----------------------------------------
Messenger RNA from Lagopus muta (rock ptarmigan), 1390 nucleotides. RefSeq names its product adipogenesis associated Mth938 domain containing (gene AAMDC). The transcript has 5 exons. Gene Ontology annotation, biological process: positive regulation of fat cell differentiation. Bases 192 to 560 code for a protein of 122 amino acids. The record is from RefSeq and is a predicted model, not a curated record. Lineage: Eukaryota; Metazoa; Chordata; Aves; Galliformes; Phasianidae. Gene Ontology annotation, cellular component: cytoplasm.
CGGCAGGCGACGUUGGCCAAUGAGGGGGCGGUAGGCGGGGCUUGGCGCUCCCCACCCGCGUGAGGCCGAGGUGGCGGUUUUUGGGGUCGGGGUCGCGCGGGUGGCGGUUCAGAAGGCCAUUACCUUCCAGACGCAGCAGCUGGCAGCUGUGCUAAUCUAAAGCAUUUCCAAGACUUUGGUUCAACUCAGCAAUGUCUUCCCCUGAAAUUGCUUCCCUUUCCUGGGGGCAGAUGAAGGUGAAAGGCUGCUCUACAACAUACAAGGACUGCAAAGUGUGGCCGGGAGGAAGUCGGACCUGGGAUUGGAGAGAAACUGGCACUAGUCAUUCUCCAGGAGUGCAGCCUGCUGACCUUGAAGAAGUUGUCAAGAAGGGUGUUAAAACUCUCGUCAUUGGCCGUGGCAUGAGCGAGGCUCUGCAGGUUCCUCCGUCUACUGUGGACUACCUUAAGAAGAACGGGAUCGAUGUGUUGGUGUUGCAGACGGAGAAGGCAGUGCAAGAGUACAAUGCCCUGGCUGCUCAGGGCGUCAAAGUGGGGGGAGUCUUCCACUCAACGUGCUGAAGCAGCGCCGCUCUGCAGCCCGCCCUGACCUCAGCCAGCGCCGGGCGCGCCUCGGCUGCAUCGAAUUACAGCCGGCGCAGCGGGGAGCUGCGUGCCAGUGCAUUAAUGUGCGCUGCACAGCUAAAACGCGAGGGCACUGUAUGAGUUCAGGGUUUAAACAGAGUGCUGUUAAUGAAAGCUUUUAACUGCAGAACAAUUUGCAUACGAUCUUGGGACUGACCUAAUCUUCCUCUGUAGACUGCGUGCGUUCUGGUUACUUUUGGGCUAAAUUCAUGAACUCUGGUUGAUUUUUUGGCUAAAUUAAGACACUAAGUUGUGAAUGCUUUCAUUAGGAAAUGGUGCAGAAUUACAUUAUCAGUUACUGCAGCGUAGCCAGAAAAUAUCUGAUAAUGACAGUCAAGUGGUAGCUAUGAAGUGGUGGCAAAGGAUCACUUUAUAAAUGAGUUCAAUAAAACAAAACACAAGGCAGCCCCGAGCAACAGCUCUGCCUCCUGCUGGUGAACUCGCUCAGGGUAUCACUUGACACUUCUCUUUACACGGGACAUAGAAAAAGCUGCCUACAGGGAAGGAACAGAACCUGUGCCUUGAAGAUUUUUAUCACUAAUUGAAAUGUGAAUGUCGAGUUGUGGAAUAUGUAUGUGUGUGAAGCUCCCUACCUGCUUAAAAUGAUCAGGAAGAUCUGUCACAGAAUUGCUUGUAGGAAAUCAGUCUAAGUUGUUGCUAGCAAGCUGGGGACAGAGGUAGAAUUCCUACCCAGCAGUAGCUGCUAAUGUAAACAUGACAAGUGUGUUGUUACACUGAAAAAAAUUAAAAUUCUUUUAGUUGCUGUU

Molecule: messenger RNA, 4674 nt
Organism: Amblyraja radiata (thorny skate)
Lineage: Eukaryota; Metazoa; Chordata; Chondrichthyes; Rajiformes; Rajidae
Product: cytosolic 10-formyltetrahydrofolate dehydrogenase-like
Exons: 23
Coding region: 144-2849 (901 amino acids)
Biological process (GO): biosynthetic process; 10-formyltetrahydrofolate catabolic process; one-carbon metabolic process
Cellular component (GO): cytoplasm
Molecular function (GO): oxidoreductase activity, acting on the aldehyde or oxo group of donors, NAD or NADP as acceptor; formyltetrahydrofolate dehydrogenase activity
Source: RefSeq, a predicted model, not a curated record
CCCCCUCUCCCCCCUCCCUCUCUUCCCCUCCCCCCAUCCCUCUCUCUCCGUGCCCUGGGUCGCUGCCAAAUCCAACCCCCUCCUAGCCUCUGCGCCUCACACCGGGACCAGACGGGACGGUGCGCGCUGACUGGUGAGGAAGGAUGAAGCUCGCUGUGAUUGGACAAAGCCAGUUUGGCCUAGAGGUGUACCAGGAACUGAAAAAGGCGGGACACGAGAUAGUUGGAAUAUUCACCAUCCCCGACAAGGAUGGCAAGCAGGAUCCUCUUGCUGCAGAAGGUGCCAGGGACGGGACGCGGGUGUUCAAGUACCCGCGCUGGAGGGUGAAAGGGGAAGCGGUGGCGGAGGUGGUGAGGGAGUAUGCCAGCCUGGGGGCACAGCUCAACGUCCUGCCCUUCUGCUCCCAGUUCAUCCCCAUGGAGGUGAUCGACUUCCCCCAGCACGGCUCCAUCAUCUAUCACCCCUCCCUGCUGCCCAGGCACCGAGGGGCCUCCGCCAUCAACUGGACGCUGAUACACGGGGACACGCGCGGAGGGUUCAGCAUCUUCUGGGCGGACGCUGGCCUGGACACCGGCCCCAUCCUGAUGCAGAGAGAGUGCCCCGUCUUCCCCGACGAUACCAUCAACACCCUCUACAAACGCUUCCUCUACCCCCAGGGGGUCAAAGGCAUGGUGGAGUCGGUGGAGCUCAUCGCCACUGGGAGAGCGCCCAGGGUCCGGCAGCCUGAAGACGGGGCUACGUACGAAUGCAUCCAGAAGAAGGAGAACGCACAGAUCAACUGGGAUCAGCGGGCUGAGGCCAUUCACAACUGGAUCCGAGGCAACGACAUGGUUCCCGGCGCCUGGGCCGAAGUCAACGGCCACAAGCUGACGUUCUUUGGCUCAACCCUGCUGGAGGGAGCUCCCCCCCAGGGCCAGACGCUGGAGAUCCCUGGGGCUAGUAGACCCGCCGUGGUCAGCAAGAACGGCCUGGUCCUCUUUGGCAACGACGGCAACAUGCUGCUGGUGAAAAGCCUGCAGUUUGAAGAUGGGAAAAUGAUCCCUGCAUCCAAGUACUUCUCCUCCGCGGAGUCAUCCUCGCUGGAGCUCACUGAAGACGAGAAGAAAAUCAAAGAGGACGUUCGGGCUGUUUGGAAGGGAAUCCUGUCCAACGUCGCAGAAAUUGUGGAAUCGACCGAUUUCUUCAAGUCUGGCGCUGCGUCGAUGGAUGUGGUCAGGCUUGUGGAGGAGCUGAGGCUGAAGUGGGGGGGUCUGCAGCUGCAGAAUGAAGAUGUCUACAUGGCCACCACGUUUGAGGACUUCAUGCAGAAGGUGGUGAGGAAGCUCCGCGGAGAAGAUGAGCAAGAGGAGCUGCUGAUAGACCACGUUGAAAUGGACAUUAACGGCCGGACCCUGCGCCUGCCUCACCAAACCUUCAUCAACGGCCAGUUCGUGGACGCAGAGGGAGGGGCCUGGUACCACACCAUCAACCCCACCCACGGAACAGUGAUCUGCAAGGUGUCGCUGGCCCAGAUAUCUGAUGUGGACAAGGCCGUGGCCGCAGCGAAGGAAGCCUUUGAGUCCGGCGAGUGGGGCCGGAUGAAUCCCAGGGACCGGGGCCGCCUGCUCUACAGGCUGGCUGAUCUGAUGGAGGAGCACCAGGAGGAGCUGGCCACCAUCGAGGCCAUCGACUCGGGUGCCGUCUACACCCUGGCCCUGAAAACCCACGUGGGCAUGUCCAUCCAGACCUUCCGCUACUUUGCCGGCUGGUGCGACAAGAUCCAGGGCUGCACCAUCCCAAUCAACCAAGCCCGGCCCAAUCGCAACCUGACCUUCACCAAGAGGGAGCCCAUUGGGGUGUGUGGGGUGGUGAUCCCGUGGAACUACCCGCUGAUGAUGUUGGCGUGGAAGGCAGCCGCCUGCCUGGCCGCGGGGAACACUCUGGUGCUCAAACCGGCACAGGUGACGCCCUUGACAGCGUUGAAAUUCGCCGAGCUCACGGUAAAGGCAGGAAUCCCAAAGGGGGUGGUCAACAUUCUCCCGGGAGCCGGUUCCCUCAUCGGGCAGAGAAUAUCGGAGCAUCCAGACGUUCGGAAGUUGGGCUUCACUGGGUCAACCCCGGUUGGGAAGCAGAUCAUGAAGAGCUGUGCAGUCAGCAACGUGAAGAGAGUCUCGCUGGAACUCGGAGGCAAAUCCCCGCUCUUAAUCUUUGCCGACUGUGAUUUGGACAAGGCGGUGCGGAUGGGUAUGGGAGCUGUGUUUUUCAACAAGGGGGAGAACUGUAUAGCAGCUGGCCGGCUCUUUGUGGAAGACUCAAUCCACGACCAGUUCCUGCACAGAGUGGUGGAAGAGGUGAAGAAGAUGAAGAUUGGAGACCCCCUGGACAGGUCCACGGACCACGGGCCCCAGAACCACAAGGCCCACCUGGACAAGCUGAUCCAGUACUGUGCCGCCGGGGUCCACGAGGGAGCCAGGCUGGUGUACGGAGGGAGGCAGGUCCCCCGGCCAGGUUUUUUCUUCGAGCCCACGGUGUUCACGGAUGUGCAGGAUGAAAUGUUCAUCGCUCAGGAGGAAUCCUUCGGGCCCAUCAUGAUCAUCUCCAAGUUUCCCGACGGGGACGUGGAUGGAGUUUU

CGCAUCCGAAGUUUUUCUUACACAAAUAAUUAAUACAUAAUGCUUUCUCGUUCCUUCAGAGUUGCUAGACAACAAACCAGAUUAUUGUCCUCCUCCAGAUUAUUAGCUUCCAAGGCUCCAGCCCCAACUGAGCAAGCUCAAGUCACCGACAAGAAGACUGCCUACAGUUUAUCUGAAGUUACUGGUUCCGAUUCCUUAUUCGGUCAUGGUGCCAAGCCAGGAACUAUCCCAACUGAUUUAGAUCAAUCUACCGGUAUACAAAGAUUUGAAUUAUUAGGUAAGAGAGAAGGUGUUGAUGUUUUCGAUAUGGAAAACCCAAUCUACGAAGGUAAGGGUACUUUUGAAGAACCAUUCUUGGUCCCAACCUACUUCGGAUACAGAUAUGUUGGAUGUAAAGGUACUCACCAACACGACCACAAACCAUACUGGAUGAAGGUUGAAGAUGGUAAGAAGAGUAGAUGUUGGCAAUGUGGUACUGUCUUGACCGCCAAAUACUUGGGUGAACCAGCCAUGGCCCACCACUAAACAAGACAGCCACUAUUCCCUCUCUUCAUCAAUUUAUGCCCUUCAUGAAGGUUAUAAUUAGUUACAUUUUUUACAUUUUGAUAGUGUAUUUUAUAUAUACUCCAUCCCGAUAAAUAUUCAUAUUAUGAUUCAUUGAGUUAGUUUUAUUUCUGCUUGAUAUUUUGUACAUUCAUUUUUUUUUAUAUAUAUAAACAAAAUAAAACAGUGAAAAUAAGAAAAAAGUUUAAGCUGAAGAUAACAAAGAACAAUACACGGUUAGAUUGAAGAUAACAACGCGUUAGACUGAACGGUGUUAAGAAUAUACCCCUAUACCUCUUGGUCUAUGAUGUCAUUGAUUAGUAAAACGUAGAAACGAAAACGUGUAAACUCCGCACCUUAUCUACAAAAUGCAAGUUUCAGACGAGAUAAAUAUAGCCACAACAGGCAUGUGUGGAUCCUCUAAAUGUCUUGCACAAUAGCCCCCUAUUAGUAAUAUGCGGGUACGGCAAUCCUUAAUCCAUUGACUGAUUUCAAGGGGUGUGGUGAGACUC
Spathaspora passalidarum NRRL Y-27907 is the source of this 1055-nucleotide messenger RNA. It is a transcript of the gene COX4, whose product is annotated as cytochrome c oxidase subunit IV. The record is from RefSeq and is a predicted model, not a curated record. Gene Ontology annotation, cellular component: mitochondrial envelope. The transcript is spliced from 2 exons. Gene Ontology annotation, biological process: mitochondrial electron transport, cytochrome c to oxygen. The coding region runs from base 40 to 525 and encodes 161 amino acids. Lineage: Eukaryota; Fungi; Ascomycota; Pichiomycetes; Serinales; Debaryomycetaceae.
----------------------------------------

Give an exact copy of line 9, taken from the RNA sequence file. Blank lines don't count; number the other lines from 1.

Biological process (GO): biosynthetic process; 10-formyltetrahydrofolate catabolic process; one-carbon metabolic process